Friday, March 2, 2012


...Greetings from Chicago, from Chi town.
Chicago is a wonderful city. It has much of the energy of New York, but the wide boulevards leave it feeling less congested and less intense, which can be construed as both good or not. And then there are walkway bridges at certain junctures where you're overlooking the river and all this extraordinary scenery of roman gothic architecture and skyscrapers that has the feel of something Italian and you almost expect a gondolier to float by singing.
And I know why they call it the windy city. Last night my face flew off. I tried to catch it, got hold of my jaw, but if just zipped off--frozen as it was--but alas it was useless.
There are advantages and disadvantages to not having a face.
Especially in crowded spaces.
Especially here at AWP.

...So, yes, AWP. How do I even start? This thing is a massive amoeba, a small city unto itself. Often it takes fifteen minutes until the elevator opens and even then you may or may not have to wait for the next one to be empty.

I've met so many fantastic people that I've either known virtually or that I've just admired. The list is very long. I may share that later.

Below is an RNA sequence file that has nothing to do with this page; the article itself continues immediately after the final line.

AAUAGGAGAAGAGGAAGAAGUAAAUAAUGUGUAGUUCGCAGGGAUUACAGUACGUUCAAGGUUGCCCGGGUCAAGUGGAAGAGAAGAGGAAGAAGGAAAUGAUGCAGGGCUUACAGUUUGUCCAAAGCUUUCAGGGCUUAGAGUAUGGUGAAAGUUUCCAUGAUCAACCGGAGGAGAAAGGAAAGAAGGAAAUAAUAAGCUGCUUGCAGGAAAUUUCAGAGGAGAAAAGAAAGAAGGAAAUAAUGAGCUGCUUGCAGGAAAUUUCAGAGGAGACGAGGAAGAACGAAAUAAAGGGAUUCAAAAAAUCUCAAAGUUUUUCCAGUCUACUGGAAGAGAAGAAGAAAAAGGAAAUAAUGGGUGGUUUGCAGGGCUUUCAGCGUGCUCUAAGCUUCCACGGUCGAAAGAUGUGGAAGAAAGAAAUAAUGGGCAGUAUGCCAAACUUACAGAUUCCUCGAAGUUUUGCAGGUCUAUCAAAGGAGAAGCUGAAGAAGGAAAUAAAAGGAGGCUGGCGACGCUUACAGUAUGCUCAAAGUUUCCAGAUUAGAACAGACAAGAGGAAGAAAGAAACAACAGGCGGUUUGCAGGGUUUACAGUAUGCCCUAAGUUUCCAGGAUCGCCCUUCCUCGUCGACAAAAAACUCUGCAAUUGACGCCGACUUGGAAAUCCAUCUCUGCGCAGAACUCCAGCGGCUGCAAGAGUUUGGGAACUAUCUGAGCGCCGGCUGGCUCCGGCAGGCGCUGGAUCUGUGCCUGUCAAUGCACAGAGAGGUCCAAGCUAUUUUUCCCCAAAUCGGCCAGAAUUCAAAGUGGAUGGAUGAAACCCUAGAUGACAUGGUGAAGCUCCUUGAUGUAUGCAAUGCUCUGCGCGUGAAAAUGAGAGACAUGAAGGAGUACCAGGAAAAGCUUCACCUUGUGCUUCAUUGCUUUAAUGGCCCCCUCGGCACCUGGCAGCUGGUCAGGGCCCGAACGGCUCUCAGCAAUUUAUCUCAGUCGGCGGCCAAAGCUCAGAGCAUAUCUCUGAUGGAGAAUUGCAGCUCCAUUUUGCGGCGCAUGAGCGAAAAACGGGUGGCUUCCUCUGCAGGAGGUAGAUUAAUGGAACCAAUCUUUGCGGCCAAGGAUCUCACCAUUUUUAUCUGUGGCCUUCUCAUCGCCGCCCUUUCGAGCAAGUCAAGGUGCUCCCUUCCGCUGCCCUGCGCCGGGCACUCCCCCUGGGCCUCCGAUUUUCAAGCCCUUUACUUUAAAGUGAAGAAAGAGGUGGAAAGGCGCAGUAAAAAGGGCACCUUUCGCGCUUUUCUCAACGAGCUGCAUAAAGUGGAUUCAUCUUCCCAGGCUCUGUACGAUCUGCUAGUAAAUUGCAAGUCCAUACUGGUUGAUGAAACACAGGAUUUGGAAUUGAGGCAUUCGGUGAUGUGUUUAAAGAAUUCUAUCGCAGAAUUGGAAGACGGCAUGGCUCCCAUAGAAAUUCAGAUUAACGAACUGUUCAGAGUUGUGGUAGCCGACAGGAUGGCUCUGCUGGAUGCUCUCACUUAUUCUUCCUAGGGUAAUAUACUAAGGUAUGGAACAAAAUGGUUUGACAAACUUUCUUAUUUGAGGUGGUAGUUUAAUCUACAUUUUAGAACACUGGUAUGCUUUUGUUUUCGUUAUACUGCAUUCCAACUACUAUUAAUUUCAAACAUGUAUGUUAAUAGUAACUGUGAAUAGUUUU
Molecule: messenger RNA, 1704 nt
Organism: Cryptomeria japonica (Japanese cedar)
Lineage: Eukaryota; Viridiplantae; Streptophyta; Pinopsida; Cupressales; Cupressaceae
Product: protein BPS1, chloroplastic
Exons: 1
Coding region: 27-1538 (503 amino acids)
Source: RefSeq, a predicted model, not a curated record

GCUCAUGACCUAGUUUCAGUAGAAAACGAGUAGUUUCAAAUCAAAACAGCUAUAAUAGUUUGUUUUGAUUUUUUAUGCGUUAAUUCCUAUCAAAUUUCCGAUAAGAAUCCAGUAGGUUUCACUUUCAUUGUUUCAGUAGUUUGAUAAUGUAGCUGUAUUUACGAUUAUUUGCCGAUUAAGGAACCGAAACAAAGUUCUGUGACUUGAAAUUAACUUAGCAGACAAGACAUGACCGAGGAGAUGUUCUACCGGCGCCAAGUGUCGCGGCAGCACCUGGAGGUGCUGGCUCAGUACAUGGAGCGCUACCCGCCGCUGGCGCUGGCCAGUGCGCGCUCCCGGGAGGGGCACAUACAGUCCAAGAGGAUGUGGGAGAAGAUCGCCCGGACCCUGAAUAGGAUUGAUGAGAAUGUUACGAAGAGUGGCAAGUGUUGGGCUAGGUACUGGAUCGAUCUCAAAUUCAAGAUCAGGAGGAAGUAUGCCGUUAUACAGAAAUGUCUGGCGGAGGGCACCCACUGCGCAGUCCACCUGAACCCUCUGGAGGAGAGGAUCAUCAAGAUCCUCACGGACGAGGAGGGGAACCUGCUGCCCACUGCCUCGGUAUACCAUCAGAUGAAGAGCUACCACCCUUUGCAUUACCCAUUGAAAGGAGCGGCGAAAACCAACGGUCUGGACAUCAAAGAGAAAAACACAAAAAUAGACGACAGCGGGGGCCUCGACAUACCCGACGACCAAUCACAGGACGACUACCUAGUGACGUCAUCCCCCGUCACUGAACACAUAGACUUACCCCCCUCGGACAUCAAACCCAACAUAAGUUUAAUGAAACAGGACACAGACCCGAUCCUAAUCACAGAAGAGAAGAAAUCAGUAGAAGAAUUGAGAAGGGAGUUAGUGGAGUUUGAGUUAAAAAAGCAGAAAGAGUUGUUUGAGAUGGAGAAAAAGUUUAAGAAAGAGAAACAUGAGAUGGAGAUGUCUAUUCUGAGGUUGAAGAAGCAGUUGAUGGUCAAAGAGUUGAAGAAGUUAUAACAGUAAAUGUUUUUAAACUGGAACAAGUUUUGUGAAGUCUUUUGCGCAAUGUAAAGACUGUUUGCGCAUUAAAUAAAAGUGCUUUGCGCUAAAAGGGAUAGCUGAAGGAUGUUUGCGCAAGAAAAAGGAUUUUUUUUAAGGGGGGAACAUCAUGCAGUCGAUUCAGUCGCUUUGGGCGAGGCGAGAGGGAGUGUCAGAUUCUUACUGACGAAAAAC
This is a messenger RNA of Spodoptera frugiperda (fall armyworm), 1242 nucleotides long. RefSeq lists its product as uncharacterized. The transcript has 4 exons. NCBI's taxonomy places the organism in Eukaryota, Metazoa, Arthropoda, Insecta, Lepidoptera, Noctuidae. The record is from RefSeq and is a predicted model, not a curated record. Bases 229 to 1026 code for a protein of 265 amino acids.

I've been at a number of readings. Reading your work live is truly an art form. You can have a strong piece but if you don't deliver it in a compelling, theatrical way, it more or less will suck and people will drift or lean over and blather onto the closest friend seated next to them. I heard some really strong readers and some surprisingly weak, meek-voiced ones.

Sarah Rose Etter was a presence on stage, as was xTx. They slayed it. I heard them last night at The Beauty Bar for the Pank/Anamela reading.

I read earlier at a Connotation Press event. There were 28 writer/readers. I went second to last. It was a long, narrow, Irish pub with a loud, airplane motor-type air vent hovering above that you had to project over in order to be heard. It was a little like shouting, like yelling underwater.
I was nervous. I don't understand--why after years of speaking to throngs of hundreds every week when I was in the corporate world--I get nervous in front of a gaggle of writers.
But I was a little antsy.
Still, I think I did all right. I read "Missing Chance" (which should be here under "Words in Print.") It was my 9th acceptance ever, published in Elimae, and named one of the best 50 online stories of 2009 by Wigleaf magazine.

Writers are interesting people. For the most part, they're friendly and open. In some settings, when you're just meeting them for the first time, say, they are aloof or cold or even suspicious, which is odd and discomforting considering--Hey, we're both part of the same community, you jerk or B.

But I guess writers are just people. Even the famous ones, the populars ones. Even those you admire.

...I hope you had and are having a stellar week. Thanks for reading. I really appreciate it. I likely will not post again until I'm home, Sunday night, but then you never know.

...Here's something I saw/read that I thought was great in it's own way--

"The last time I saw him he was walking down lover's lane holding his own hand." Fred Allen
So much to say.

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